The Legend of the Sister Slave12:06 PM
Well, I could say, “Not true! I’m as lazy and independent and self-seeking as the best of them!” My first thought was to produce a chronicle of my days—the hours texting, emailing, blogging and fiddling around on the internet as much as the most shamefully teenagery teenager out there. But that would be embarrassing, and it’s nice to be considered self-sacrificial enough to be thought manipulated.
While thinking those thoughts and reading through the comment, my soon-to-be-off mother came down with instructions to put cheese on the thawed casserole, bake it for 30 minutes at 350 and pop in some crescent rolls while the oven was hot. I answered a question posed to me on child-training (which I deferred to my mother’s example because goodness knows I’m no expert). Daniel Franklyn interrupted thirty minutes later to inform me of his accident, and while running upstairs to find the Kid-N-Pet stain cleaner (which squirted on my wrist because I’m that clumsy), the casserole timer went off. Then, sitting down again to work on this post, I heard the baby scream.
My life is incriminating. I cannot hide the fact. I am not normal.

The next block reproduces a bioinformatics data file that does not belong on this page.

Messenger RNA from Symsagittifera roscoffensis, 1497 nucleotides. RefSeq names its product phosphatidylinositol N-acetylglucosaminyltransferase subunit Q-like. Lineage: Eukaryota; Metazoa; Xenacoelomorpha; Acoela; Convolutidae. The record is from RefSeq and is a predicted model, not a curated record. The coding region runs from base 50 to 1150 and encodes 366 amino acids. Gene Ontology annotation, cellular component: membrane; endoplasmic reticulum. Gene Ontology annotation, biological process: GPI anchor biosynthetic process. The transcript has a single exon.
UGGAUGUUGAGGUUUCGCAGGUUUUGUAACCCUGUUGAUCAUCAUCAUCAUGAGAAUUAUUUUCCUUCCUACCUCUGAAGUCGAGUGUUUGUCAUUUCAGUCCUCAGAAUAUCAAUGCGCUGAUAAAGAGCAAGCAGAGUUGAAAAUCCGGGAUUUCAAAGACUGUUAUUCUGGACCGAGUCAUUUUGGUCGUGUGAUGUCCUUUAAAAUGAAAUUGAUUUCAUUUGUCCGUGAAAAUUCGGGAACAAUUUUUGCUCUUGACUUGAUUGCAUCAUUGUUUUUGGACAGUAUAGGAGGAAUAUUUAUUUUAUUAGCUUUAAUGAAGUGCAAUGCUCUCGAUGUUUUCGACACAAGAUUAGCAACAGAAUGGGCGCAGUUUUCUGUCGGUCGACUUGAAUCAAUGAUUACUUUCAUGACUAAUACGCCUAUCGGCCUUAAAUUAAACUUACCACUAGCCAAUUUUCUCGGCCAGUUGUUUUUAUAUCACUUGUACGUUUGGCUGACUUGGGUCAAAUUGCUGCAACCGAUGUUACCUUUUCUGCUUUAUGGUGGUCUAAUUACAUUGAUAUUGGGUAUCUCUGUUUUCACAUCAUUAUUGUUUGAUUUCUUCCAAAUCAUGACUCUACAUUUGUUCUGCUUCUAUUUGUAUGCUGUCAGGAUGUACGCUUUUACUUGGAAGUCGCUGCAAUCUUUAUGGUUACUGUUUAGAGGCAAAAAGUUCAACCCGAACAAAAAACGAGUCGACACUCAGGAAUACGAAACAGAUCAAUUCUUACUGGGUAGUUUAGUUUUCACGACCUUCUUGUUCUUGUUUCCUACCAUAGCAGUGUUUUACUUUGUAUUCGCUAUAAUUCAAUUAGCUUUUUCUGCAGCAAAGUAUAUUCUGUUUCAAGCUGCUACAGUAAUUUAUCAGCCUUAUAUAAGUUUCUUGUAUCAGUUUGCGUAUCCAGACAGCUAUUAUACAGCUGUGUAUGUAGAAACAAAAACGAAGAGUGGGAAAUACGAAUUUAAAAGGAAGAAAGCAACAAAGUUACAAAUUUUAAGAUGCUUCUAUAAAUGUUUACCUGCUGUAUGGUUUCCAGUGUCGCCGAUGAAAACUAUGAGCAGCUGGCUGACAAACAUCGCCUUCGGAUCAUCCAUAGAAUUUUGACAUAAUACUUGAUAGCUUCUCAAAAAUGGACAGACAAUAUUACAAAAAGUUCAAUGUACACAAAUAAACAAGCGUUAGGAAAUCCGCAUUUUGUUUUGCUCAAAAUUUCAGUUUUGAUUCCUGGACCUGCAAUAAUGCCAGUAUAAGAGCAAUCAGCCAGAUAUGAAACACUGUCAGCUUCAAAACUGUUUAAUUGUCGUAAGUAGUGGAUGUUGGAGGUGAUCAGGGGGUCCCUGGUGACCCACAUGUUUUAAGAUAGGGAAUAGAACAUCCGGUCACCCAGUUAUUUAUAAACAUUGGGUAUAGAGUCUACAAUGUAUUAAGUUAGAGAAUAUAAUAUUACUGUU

Neither am I abused. Now and then I come across pitying diatribes against the shackling of older sisters to their younger siblings—“I think it’s shameful what the parents are doing to them”—“They need a chance to be children”—“There should be only one mommy in the house.” The concerned ignorance, which lacks no sincerity but only good timing, I do not know what to do with.
I think this arises from two points modern and fashionably selfish people do not understand. (I say “fashionably” because the Me-First Society of Selfishness made it so. And I’m no exception, by the way, but by God’s grace.) Firstly, when “large” in regards to household size comes to a grand total of three or four, there is going to be a disconnect of understanding how to run that household in comparison to, say, our shocking number of nine. The disconnect happens because common sense knows only pocket-sized families of one boy, one girl and then leaps to the Duggars. Everything goes back to the Duggars. Anything else between is roundly misunderstood, attacked for lacking the privileges of small families and attacked for being too similar to a family of twenty.
What you have just stumbled across, friends, is an introduction to the Large-Family Economy—You Lose Out if You Don't Pitch In! In that economy, all hands are on deck—not because of emergency but because of necessity.